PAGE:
The SolarWinds hack was a major attack that affected thousands of companies as well as multiple government agencies. The size and nature of the attack demanded a strong response, which the government has provided in the form of several important changes to United States cyber policy.
Understanding the SolarWinds Attack
SolarWinds is a Texas-based software company that provides network management and monitoring tools for thousands of organizations globally, including several governments. One of SolarWinds’ most popular products is an IT monitoring system called Orion.
Between March and June of 2020, malicious actors inserted a back door into the Orion software. When SolarWinds customers downloaded the latest version of the Orion software, malicious actors gained access to those organizations’ systems.
It is estimated that more than 18,000 systems downloaded the infected software, compromising about a hundred different companies and a dozen government agencies. Affected companies include Cisco, Intel, and Microsoft, while affected agencies include the departments of Energy, Homeland Security, Justice, and Treasury, as well as the Pentagon. The hack allowed the attackers to view, steal, or delete sensitive data on the compromised systems.
Government officials and industry experts believe that the attackers were supported and directed by the SVR, the Russian intelligence service equivalent to our CIA. The breadth of the attack was one of the largest of its kind to date.
How U.S. Cyber Policy Changed After the Attack
News of the SolarWinds cyberattack went public in December, and since then the government has been slowly unveiling its response. So far, this response has consisted of three key changes to the country’s cyber policy – a new National Cyber Director, new cybersecurity standards for software contractors, and new sanctions on the country behind the attack, Russia.
1. First National Cyber Director
The first change to U.S. cyber policy came in January with the passing of the National Defense Authorization Act of 2021. Included in this legislation was the creation of a new National Cyber Director post, reporting directly to the president. In April, President Biden nominated Chris Inglis, a former deputy director of the National Security Agency (NSA), to the new post. Inglis was unanimously confirmed by Congress on June 18.
As National Cyber Director, Inglis serves as the president’s senior advisor on all cyber-related issues. The new post does not replace the head of the existing Cybersecurity and Infrastructure Agency (CISA) in the Department of Homeland Security, but rather supplements what that agency does.
Inglis will be responsible for creating a consistent and unified direction for the country’s cyber policy and operations. He will advise not only the office of the president, but also Congress, other government agencies, and the private sector. He will lead the government’s responds to future cyberattacks and issue new rules and regulations regarding cybersecurity.
2. Sanctions on Russia
The second change to U.S. cyber policy came in April, when President Biden announced sanctions against Russia and several Russian technology companies. In issuing the sanctions, the White House said that they would “continue to hold Russia accountable for its malicious cyber activities, such as the SolarWinds incident.”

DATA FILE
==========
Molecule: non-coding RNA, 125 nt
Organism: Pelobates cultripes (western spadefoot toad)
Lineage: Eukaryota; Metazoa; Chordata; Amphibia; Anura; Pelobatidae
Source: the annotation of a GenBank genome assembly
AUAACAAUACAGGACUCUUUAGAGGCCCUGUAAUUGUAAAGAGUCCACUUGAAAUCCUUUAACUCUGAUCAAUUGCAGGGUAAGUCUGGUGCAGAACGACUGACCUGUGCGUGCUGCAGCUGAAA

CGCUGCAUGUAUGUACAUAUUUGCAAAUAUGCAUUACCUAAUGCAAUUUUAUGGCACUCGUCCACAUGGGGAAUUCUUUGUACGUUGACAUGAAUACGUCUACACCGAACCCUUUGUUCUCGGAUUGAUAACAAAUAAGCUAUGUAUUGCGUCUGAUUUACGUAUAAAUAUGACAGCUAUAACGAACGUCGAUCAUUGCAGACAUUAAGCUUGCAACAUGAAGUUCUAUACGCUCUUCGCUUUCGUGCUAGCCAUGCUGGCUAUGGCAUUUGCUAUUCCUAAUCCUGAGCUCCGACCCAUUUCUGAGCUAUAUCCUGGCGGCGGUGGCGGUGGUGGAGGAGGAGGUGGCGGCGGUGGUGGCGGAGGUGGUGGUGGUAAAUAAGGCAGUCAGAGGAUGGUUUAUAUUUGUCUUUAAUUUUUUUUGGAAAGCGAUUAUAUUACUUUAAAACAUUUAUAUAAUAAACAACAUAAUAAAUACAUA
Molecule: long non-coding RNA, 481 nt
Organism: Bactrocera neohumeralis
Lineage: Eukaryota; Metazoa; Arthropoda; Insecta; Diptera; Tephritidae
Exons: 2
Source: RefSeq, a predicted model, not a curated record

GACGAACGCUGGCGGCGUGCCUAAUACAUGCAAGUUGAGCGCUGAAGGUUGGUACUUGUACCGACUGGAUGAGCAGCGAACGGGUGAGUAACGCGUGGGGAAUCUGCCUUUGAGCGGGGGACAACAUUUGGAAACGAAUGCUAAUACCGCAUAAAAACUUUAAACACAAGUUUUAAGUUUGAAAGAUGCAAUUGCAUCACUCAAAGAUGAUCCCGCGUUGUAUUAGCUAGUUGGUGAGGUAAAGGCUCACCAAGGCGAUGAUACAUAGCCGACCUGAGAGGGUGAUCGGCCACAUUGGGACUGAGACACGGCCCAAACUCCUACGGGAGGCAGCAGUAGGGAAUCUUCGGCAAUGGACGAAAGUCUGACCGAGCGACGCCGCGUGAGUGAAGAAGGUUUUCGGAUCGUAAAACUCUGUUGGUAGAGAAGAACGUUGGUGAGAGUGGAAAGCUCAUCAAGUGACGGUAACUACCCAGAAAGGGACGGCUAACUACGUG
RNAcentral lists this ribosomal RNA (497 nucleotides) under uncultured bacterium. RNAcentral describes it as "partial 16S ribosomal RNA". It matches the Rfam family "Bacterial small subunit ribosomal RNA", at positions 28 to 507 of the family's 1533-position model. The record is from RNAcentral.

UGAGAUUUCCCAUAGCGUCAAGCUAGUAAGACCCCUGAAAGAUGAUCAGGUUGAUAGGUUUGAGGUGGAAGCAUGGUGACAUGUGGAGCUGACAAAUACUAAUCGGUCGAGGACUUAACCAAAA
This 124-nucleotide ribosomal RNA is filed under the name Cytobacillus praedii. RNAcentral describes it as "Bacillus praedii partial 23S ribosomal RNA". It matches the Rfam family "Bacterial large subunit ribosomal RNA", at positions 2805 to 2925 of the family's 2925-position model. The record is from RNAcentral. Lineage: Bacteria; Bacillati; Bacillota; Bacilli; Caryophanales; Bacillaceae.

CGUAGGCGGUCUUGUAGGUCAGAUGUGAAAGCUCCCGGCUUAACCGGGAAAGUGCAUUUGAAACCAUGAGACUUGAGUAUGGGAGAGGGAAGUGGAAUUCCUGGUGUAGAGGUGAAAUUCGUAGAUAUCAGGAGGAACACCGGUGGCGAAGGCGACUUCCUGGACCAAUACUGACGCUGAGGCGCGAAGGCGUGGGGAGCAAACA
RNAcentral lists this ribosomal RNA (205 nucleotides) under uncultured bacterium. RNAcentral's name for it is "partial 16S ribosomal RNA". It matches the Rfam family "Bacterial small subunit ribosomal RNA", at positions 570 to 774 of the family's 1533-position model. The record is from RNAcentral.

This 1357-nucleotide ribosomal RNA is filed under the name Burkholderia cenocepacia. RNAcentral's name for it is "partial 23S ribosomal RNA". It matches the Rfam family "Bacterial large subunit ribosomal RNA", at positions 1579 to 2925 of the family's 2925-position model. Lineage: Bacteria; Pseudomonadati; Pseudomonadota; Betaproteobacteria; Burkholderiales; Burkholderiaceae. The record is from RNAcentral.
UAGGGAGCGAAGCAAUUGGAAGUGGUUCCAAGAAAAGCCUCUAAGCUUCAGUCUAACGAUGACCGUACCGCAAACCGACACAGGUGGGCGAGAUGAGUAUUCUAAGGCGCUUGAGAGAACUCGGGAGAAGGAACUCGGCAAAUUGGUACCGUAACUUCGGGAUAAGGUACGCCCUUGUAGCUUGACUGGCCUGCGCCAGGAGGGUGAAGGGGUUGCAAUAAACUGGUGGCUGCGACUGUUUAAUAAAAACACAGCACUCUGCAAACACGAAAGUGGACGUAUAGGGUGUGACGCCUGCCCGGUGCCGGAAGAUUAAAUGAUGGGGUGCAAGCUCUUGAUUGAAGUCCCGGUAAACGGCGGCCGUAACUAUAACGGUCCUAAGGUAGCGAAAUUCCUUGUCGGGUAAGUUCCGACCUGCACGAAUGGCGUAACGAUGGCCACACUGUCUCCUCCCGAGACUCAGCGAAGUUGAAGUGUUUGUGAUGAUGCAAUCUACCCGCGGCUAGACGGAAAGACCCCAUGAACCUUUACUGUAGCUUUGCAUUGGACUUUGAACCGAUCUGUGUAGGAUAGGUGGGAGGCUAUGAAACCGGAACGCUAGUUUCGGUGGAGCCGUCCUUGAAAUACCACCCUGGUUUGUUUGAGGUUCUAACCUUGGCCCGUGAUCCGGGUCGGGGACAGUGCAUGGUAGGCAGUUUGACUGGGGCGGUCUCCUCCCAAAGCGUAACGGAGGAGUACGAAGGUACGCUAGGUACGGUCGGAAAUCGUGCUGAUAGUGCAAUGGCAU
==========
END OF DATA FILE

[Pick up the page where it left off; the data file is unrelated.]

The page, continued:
The White House formally named the Russian Foreign Intelligence Service (SVR) as the initiator of the SolarWinds attack. The official response included the following actions:
- Designating six Russian tech companies for providing support to Russian intelligence services
- Prohibiting U.S. financial institutions from participating in the market for Russian bonds
- Sanctioning 32 Russian entities and individuals for using disinformation in an attempt to interfere with the 2020 U.S. presidential election
- Expelling 10 staffers from the Russian diplomatic mission in Washington
For its part, Russia denied that it played any part in the SolarWinds attack and said that it will respond in a similar fashion.
3. New Cybersecurity Standards for Critical Software
The final change to U.S. cyber policy came on May 12. On that date, in response to SolarWinds and similar attacks, the Biden administration issued an Executive Order on Improving the Nation’s Cybersecurity. It includes a number of important directives, such as removing barriers to the sharing of threat information, adopting Zero Trust Architecture in all government systems, and establishing a Cyber Safety Review Board. The Order also establishes new standards for companies that contract with the federal government for what the government deems critical software.
The Director of the National Institute for Standards and Technology (NIST) is charged with developing these new standards, designed to strengthen the security of the nation’s software supply chain. These standards are expected to include the deployment of encryption, multi-factor authentication, endpoint detection and response tools, and other cybersecurity tools to check for and mediate known and potential vulnerabilities.
The NIST guidelines will be issued within the next year. At that point, the OMB will require companies supplying software to the federal government to comply with all of the new security requirements.
Will These Policy Changes Be Effective?
Fighting cybercrime is a constant challenge. While these policy changes cannot, on their own, eliminate the risk of future cyberattacks, they do send a warning that the U.S. government takes the problem seriously and is prepared to act in response to attacks on the country’s infrastructure and economy.
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